Determining resources and reserves in the Democratic Republic of Congo (DRC), although known for its significant mining potential and “world-class” deposits in various commodities, has its challenges, says SRK Consulting Congo chairman and geological consultant Dominique Sambwa.
Over the past two decades, the DRC government has taken decisions to privatise mines; however, in the era of privatisation, the financing of projects relies enormously on in-depth knowledge of geology and controls of mineralisation, and the lack thereof is causing challenges, he explains.
While some areas, such as southern Katanga, have been extensively explored, with studies being conducted to advance the knowledge base on the geology and distribution of mineralisation – particularly the areas of exploitation, resource estimation and reserve assessment studies – the vast majority of concessions outside southern Katanga have remained underexplored.
Sambwa highlights that investors interested in the DRC’s mining potential generally have to embark on a risky phase of exploration, resource definition and the exploration work to determine deeper potential.
This requires sophisticated methods of prospecting and, ultimately, financial institutions are reluctant to commit capital to this high-risk phase.
As such, the defining of mineral resources and mineral reserves becomes a challenge – leaving much of the mineral potential untapped.
As an independent consultancy with a depth of expertise in this field, SRK Consulting can play a “vital role” in assuring the client and stakeholders of the veracity of geological and technical data.
“Clients rely on the quality of our actual exploration programmes and technical studies, and on our rigorous review processes conducted by experienced specialists,” says SRK Consulting MD Vis Reddy.
He explains that knowledge about a project’s resources and reserves forms the basis for most of the important decisions that a company must make about capital and its allocation.
This suggests that the biggest challenge to mineral development in the DRC is probably to encourage companies to provide financing for prospecting and exploration.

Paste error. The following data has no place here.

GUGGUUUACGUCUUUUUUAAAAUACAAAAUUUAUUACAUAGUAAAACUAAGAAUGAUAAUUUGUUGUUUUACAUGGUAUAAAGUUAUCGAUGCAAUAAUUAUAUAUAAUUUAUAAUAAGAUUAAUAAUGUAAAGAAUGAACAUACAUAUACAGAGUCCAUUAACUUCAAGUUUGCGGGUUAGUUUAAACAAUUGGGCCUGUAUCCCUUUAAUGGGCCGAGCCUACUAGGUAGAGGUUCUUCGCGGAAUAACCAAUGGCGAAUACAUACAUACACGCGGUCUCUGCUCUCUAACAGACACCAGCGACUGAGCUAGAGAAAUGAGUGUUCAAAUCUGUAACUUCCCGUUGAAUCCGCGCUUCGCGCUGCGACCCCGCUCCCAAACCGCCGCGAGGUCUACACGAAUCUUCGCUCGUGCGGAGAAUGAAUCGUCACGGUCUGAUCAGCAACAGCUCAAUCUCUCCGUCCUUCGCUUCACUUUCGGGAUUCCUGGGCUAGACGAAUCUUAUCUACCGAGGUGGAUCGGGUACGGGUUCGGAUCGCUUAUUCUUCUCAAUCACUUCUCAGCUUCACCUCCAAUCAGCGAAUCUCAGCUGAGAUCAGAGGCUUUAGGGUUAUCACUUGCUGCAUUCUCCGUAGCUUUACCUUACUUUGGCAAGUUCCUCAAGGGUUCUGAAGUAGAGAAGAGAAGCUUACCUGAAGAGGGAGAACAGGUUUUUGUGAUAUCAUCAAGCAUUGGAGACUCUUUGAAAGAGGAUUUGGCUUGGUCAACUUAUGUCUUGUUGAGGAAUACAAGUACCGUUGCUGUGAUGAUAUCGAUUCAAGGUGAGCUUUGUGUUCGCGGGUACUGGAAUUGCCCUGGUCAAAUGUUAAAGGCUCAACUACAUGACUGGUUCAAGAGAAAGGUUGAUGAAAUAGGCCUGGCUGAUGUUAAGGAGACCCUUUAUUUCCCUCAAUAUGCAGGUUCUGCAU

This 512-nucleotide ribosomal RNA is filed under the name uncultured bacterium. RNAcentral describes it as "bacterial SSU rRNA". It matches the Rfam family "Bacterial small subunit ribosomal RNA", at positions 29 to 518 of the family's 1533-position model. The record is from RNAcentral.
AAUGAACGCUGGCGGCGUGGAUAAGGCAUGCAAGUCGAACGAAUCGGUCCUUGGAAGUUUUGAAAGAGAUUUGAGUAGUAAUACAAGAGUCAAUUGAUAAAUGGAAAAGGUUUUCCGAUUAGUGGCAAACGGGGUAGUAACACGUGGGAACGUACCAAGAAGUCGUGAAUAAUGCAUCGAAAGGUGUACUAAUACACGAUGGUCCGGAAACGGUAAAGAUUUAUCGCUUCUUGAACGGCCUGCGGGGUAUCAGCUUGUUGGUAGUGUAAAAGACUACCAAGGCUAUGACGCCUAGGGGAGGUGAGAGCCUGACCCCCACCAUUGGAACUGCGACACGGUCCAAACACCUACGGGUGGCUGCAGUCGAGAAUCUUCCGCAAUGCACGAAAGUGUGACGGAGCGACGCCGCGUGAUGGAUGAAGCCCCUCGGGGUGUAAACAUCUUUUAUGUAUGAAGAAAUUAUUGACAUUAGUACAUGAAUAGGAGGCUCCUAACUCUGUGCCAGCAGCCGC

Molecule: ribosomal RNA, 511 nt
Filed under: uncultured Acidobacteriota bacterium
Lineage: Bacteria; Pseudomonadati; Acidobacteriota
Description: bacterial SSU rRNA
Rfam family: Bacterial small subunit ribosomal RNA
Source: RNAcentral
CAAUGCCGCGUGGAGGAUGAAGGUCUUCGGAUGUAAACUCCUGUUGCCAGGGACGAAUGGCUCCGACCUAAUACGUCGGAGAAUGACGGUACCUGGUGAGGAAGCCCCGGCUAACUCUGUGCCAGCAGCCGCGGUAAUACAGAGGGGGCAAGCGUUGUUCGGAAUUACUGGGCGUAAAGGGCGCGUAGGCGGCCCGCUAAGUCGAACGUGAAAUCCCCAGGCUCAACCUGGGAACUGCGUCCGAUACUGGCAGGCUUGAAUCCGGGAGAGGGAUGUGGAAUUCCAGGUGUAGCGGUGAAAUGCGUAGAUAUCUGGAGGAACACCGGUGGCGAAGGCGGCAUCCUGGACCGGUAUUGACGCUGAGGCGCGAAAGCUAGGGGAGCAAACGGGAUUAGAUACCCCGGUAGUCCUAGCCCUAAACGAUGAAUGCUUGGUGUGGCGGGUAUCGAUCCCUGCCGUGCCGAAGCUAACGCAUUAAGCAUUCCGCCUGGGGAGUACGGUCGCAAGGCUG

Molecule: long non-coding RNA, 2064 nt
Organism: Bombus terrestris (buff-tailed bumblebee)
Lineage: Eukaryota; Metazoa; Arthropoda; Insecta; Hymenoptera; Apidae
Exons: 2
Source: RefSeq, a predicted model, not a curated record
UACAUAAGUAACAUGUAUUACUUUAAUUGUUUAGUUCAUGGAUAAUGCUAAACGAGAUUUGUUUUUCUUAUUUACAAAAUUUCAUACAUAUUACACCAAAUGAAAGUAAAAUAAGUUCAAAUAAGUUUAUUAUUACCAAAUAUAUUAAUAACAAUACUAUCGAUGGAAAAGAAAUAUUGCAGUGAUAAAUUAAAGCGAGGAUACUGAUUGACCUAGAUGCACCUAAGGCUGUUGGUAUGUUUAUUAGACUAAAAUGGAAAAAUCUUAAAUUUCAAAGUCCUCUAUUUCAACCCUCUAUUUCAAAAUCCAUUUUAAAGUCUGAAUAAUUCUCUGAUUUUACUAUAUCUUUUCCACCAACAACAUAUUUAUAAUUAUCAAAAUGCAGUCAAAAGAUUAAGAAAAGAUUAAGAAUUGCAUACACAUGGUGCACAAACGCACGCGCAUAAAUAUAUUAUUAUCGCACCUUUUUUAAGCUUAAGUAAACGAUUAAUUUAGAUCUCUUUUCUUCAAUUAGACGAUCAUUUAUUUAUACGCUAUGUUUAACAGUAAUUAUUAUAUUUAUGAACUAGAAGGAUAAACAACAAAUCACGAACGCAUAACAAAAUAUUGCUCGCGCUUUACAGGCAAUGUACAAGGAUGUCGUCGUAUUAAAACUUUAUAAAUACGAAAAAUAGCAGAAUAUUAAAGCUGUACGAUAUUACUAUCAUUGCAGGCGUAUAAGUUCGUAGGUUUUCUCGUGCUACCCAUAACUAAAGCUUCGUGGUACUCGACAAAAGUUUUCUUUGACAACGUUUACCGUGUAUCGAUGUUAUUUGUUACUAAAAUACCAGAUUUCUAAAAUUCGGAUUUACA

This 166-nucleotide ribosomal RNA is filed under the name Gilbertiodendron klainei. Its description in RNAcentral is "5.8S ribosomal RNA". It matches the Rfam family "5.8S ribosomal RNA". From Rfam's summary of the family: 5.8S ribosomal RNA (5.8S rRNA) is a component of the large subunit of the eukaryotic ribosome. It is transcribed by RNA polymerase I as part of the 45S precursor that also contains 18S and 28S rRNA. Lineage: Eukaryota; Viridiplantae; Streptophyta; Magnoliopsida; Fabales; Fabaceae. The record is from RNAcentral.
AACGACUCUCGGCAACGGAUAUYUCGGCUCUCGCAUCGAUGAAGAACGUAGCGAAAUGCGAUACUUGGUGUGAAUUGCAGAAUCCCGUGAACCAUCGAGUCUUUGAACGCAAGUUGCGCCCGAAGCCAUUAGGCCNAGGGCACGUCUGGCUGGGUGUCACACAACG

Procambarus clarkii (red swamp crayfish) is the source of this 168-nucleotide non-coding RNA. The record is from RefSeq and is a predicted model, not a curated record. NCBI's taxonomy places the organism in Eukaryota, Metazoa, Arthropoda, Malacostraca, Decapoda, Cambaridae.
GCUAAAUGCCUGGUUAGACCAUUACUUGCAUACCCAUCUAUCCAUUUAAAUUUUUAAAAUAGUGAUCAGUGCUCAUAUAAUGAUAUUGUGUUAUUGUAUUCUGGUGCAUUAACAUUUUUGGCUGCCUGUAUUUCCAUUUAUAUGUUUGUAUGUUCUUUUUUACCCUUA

While it is imperative for mining companies to prove the reserve, it remains difficult to find enough highly skilled people, with the experience that SRK requires, to conduct and confirm resource definition activities.
“Our office in Lubumbashi has a limited number of people of this calibre, and we often need to draw on the expertise of colleagues in other SRK practices globally. However, we are looking to build more local capacity,” notes Sambwa.
Consulting engineers play a significant role in facilitating reserve and resource determination. This includes geologists and engineers who facilitate all aspects of resource and reserve determination and verification.
“Typically, they will be involved in the estimation of the reserve and are supported by a team with the knowledge of mineralisation and an understanding of the implications,” says SRK Consulting director and principal consultant Andrew van Zyl.
It is imperative that the experts create an accurate picture of the value of a reserve. “This means the team must conduct a range of high-quality technical studies, and robust calculations aligned to global standards,” says SRK exploration senior exploration geologist John Paul Hunt.
These challenges have not stopped SRK Consulting from exploring the DRC. SRK Consulting Congo is currently involved in several exploration projects and resource definitions.
This includes a project in Kolwezi which is a continuation of the work SRK undertook during the preliminary stage of the project, consisting of mapping work, the delimitation of orebodies, dimensioning and the estimation of mineral resources.
“This took more than three years and covered more than 85 000 m of definition drilling and we are now preparing for the prefeasibility studies aspect of the project” adds Hunt.
While the project is well under way, SRK Consulting had to deal with technical challenges during exploration, such as sending samples to the laboratory, he adds.
More than 75 000 samples need to be processed by laboratories in South Africa and Zambia because most of the local laboratories offer only inspection analyses.
“Shipping the split half-core would have involved tons of material, creating issues with sample export procedure and paperwork – as well as incurring considerable costs,” explains Sambwa.
The solution was for the client to set up its own on-site sample processing units so that only a reduced pulp sample of about 50 g is shipped instead of a sample weighing more than 3 kg.
The obstacles in the mining industry of the DRC, Sambwa concludes, highlight the need for SRK Consulting’s expertise.